Whether you buy framed mirrors online or pick up an antique mirror from a vintage store, black spots on the mirror’s corner or edges are bound to occur thanks to “mirror rot” or desilvering (you may have seen us cover the topic before on an earlier post). Silver nitrate is the responsible component for transforming plain glass to mirrors, and it’s safeguarded from damage with a copper-sulfate protective coating. Paint sealants also provide extra protection for the mirror’s back. But when these protective coatings are exposed to various elements, including air, moisture and cleaning solutions, dark spots appear or “desilvers.” Desilvering occurs thanks to the oxidation of the silver nitrate and copper sulfate, which is caused by the condensed moisture from splashes of water and other elements on the edge of the mirror. While these black spots are repairable, mirror restoration or “resilvering” requires professional help. It can be problematic because professional restoration services can be pricey and can involve the use of chemicals that are toxic to you and your environment. The good news is you can take preventative and eco-friendly restorative measures to keep mirror black spots at bay. Read More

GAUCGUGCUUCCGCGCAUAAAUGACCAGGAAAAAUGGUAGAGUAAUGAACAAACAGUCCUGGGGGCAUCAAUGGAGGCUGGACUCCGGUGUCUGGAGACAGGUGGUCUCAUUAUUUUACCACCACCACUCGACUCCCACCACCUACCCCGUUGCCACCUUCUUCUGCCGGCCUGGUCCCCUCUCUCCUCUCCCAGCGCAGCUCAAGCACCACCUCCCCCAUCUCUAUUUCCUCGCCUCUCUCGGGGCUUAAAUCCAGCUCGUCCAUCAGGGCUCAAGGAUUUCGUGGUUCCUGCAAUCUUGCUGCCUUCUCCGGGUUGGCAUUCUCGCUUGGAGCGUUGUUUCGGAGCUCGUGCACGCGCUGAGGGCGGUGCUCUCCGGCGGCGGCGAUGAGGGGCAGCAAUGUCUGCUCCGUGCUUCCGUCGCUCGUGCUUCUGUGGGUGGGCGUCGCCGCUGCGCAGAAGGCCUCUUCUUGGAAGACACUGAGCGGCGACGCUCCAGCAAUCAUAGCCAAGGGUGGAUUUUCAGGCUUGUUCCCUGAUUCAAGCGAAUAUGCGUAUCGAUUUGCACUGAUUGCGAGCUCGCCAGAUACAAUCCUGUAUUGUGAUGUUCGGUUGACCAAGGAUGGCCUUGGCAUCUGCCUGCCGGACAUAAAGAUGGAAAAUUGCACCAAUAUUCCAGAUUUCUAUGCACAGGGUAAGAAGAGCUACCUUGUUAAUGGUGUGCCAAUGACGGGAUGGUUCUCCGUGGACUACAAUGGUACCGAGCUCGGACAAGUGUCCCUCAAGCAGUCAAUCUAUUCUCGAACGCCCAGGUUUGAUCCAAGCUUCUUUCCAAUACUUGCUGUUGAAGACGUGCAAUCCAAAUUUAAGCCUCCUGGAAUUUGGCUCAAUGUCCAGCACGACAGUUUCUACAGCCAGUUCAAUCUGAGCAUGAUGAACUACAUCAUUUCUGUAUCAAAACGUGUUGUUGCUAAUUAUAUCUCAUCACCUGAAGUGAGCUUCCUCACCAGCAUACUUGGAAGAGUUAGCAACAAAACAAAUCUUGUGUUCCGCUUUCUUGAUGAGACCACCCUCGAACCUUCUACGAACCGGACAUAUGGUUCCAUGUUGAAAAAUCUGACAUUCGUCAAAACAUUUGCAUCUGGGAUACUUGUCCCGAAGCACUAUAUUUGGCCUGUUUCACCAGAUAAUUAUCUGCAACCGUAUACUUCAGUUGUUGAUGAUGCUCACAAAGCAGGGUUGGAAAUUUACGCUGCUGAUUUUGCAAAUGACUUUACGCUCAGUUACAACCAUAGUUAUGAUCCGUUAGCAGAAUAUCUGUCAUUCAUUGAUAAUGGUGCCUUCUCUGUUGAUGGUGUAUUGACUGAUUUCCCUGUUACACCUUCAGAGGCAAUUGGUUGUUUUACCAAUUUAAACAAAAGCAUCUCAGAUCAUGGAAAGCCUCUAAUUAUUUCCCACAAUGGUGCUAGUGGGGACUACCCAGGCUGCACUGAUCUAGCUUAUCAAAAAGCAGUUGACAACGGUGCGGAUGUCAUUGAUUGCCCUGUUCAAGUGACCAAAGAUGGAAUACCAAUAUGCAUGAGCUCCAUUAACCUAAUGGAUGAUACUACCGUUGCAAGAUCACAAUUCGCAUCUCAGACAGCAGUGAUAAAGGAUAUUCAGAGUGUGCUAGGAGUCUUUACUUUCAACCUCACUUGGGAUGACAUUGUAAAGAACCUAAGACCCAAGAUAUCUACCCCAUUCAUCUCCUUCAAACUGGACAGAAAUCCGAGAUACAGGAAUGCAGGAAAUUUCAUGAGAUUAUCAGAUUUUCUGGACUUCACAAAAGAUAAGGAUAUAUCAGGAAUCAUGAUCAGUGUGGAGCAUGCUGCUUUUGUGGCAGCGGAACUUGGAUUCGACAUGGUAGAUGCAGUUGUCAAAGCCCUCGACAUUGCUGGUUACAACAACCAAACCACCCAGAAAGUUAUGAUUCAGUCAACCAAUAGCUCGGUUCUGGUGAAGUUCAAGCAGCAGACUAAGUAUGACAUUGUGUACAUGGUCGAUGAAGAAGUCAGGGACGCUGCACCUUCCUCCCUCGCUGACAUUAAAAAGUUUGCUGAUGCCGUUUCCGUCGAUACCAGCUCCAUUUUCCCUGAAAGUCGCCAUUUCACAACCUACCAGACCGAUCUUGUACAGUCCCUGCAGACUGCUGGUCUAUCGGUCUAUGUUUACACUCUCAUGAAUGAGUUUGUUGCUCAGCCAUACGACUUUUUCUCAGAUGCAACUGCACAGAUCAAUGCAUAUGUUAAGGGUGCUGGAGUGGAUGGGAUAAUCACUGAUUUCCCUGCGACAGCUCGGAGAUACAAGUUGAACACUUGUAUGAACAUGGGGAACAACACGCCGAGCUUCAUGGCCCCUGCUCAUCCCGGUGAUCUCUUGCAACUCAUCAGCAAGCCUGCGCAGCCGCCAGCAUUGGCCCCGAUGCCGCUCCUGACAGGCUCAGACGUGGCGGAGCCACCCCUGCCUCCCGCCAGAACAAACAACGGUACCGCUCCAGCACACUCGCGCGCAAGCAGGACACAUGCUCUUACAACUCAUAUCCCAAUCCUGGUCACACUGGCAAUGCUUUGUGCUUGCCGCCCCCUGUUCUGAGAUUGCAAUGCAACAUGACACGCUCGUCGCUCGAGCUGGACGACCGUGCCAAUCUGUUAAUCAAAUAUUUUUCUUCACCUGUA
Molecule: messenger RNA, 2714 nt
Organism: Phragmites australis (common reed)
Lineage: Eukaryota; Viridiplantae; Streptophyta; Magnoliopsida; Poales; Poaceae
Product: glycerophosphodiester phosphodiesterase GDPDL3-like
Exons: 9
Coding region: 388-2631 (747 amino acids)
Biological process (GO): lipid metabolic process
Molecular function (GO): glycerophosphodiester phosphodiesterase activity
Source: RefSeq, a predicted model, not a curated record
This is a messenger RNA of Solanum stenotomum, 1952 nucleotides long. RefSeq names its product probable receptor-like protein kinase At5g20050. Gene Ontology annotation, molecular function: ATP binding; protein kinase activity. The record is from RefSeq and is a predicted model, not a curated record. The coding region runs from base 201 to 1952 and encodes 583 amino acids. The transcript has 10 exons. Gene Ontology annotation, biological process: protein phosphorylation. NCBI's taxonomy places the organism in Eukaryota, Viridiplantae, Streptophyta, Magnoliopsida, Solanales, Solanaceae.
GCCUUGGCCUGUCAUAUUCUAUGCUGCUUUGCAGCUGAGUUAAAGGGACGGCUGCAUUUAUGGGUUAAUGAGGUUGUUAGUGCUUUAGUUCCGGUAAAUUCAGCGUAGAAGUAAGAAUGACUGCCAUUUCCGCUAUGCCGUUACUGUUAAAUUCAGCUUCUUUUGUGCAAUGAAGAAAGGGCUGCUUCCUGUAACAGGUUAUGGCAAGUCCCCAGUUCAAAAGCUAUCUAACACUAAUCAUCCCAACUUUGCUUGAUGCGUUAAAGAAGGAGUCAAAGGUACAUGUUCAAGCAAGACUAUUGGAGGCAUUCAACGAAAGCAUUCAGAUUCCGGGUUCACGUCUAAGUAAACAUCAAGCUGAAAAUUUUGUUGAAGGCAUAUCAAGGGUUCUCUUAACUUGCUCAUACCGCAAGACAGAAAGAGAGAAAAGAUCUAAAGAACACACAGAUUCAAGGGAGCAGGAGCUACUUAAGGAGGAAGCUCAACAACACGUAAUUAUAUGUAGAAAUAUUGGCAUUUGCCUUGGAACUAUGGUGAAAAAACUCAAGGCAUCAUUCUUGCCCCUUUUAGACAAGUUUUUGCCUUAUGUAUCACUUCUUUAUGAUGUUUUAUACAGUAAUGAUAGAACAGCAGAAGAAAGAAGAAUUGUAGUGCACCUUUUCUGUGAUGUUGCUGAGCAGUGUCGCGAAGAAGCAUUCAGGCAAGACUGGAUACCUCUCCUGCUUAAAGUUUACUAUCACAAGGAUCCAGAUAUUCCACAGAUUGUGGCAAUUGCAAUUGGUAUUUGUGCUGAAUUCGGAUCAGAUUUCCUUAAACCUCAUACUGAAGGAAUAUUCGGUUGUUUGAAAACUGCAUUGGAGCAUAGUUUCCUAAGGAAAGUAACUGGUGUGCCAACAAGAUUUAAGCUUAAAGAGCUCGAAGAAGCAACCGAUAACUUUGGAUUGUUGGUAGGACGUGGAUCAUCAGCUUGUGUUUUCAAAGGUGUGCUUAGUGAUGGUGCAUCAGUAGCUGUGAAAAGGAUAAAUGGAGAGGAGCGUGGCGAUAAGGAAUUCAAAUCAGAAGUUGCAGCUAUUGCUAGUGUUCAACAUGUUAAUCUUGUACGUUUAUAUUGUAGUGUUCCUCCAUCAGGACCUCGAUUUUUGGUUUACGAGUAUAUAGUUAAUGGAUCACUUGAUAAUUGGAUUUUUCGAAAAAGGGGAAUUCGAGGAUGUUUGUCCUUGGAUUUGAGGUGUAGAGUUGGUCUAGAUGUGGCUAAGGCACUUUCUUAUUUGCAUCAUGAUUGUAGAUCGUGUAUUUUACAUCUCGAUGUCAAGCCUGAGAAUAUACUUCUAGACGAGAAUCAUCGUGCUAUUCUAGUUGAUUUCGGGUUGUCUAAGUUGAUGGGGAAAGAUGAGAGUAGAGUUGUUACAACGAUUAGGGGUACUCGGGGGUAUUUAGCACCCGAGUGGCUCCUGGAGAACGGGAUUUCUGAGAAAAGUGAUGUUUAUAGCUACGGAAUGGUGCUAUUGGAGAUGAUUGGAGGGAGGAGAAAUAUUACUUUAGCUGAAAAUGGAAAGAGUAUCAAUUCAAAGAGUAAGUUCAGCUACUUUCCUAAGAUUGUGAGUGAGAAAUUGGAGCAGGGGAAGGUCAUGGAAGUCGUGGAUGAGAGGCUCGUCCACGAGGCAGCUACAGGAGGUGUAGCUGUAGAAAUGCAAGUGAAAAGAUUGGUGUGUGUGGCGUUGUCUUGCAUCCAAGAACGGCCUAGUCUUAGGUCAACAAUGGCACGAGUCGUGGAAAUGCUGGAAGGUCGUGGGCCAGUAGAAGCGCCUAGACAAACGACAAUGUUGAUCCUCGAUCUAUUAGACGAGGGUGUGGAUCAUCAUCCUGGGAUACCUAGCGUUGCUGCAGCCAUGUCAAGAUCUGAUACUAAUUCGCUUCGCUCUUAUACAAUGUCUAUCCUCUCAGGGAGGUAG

Home is where the heart is, so improving your house to your liking may cost you so much but may or may not upraise the value of your house. However, consider first which home renovations you can profit the most, rather than throwing away your hard earned dollar, only to realize you made one simple mistake. Read More
Being in the bathroom remodeling business we see this question a lot. How does steam or fog from your shower affect a mirror or frame – specifically our adhesive used in our Add A Frames? Read More
In our market, fall is a slower home buying season. With school back in session and the holidays approaching, the buyer pool shrinks. Your home needs to make a great first impression to sell quickly.